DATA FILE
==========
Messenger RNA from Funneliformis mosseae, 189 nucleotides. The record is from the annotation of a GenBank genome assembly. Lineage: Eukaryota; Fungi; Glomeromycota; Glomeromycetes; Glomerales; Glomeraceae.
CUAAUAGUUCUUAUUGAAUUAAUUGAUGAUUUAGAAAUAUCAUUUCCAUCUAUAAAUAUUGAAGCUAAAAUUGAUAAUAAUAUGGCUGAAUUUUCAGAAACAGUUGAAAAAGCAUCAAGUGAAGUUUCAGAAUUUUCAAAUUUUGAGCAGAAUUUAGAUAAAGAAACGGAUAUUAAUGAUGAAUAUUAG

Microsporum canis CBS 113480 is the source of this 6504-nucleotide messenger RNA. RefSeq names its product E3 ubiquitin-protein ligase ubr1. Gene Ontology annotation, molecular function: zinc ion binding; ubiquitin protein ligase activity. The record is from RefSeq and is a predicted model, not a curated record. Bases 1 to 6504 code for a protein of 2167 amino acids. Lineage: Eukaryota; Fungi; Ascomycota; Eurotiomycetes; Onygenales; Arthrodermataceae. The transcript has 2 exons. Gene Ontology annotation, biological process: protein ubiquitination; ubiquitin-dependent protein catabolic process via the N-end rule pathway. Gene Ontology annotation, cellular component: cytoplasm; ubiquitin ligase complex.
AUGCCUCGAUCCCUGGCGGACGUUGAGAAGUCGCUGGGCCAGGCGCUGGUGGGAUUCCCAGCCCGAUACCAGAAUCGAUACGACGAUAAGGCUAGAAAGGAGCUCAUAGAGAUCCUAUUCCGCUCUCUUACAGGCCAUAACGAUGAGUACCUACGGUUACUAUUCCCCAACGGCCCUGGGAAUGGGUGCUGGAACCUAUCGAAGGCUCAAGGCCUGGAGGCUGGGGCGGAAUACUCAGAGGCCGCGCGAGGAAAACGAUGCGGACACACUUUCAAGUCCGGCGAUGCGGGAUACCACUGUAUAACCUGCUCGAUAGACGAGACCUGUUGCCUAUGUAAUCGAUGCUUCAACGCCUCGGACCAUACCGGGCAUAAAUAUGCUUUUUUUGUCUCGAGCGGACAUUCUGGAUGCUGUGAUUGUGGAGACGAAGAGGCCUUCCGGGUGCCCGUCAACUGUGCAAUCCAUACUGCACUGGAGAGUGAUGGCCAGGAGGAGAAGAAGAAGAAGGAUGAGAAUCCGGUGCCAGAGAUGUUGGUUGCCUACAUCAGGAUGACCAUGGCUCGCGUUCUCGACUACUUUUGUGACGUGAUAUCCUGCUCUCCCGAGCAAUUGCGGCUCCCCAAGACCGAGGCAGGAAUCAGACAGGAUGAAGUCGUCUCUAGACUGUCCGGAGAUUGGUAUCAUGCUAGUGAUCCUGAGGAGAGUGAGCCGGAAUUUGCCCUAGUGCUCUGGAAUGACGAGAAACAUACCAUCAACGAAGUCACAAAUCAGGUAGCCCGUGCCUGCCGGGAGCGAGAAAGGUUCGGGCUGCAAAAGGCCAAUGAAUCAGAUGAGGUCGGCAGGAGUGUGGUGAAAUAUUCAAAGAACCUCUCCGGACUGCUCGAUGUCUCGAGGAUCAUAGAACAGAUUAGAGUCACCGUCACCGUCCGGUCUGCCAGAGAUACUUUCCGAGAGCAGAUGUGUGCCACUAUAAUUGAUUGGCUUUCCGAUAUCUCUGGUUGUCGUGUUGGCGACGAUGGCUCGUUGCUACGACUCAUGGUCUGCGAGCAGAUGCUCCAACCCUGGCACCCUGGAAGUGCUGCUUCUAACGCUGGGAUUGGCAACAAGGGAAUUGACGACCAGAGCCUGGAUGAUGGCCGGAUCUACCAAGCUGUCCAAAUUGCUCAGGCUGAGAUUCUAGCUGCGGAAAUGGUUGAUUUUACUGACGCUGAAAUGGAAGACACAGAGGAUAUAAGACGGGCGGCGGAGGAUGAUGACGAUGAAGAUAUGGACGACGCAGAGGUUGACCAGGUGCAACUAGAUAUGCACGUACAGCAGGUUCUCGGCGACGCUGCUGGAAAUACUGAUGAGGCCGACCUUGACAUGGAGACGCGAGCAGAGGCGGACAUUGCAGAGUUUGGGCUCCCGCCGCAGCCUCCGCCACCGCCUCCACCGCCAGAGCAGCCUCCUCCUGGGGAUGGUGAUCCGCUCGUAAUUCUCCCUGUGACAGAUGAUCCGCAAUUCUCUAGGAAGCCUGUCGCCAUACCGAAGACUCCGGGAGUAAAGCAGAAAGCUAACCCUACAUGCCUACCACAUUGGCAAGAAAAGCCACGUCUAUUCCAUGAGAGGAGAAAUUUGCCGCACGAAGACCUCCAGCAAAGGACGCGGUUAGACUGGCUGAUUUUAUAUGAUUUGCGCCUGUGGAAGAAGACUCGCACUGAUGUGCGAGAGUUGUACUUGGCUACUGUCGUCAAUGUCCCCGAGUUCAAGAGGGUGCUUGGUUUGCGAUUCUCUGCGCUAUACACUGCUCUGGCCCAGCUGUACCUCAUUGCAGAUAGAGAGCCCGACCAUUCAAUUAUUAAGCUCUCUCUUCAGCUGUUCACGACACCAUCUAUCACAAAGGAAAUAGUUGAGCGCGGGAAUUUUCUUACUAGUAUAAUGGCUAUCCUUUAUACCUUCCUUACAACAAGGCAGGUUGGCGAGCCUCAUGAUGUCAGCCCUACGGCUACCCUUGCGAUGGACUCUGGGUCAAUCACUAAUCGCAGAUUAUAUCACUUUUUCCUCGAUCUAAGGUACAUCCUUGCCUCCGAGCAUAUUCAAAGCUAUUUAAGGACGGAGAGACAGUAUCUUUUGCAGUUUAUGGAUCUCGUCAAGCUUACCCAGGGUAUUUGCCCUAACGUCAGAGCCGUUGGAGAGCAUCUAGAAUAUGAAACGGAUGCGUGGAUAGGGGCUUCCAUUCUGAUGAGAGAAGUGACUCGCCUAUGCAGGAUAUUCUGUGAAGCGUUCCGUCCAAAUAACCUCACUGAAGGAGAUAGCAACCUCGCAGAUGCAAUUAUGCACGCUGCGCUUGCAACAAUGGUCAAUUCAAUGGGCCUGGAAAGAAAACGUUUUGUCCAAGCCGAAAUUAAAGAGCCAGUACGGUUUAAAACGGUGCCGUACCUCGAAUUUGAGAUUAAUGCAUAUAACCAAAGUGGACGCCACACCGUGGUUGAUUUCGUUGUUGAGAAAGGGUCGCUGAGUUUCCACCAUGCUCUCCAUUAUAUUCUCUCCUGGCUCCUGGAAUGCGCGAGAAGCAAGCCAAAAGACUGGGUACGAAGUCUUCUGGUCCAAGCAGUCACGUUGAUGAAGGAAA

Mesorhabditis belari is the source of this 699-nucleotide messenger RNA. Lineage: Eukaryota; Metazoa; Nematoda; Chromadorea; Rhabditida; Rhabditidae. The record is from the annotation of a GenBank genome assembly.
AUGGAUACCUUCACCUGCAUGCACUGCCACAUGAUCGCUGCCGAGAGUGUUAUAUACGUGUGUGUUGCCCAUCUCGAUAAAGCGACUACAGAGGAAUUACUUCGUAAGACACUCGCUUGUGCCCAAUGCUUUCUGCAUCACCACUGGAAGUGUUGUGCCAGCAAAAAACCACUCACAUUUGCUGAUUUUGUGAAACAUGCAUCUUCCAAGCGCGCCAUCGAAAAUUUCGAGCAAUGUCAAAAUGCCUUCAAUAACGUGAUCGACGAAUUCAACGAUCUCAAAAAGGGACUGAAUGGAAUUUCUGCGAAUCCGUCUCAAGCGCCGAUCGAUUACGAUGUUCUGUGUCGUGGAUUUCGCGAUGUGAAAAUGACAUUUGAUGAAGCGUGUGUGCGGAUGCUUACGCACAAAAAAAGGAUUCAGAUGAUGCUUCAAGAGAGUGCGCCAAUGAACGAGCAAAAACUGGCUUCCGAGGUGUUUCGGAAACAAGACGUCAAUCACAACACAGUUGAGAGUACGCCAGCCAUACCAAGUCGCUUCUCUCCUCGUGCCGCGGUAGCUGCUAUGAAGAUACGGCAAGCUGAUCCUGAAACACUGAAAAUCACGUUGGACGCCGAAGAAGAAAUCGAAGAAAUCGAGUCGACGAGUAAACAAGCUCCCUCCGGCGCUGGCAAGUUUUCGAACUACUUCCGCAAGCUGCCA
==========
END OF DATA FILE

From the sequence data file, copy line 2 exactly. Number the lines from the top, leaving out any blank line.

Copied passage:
CUAAUAGUUCUUAUUGAAUUAAUUGAUGAUUUAGAAAUAUCAUUUCCAUCUAUAAAUAUUGAAGCUAAAAUUGAUAAUAAUAUGGCUGAAUUUUCAGAAACAGUUGAAAAAGCAUCAAGUGAAGUUUCAGAAUUUUCAAAUUUUGAGCAGAAUUUAGAUAAAGAAACGGAUAUUAAUGAUGAAUAUUAG